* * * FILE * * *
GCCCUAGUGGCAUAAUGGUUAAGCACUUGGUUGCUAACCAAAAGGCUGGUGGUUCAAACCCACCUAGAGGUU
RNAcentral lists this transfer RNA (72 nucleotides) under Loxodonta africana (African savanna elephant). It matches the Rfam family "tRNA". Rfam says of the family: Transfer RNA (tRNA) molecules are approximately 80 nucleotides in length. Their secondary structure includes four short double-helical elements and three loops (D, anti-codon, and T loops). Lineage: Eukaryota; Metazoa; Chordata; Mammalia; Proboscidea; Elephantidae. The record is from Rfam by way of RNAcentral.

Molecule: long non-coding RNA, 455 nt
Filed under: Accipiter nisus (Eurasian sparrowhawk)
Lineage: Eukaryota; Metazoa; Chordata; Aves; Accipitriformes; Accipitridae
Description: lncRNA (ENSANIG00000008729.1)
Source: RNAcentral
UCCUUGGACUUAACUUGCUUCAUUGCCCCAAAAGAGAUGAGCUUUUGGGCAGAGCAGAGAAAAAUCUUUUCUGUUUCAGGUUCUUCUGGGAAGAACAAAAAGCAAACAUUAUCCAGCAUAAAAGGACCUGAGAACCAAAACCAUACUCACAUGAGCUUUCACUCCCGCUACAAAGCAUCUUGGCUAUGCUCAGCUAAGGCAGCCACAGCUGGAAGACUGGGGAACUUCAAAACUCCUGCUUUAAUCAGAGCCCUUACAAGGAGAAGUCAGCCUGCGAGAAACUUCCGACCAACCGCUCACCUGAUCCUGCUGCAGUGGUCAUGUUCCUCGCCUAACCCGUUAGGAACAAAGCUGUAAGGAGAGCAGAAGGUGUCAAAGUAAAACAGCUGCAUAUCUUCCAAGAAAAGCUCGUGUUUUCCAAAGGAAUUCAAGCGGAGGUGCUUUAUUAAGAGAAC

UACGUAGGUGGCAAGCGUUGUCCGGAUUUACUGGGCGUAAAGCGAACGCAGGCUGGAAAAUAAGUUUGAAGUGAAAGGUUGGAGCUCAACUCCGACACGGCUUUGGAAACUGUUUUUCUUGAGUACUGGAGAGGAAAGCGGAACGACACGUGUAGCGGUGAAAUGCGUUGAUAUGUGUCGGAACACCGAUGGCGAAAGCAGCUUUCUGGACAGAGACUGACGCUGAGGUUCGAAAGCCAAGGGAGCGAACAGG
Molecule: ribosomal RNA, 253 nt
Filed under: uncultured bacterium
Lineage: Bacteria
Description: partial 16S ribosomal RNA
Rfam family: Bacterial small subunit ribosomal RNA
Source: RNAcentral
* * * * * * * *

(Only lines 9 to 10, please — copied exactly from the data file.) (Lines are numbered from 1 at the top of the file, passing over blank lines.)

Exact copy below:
UACGUAGGUGGCAAGCGUUGUCCGGAUUUACUGGGCGUAAAGCGAACGCAGGCUGGAAAAUAAGUUUGAAGUGAAAGGUUGGAGCUCAACUCCGACACGGCUUUGGAAACUGUUUUUCUUGAGUACUGGAGAGGAAAGCGGAACGACACGUGUAGCGGUGAAAUGCGUUGAUAUGUGUCGGAACACCGAUGGCGAAAGCAGCUUUCUGGACAGAGACUGACGCUGAGGUUCGAAAGCCAAGGGAGCGAACAGG
Molecule: ribosomal RNA, 253 nt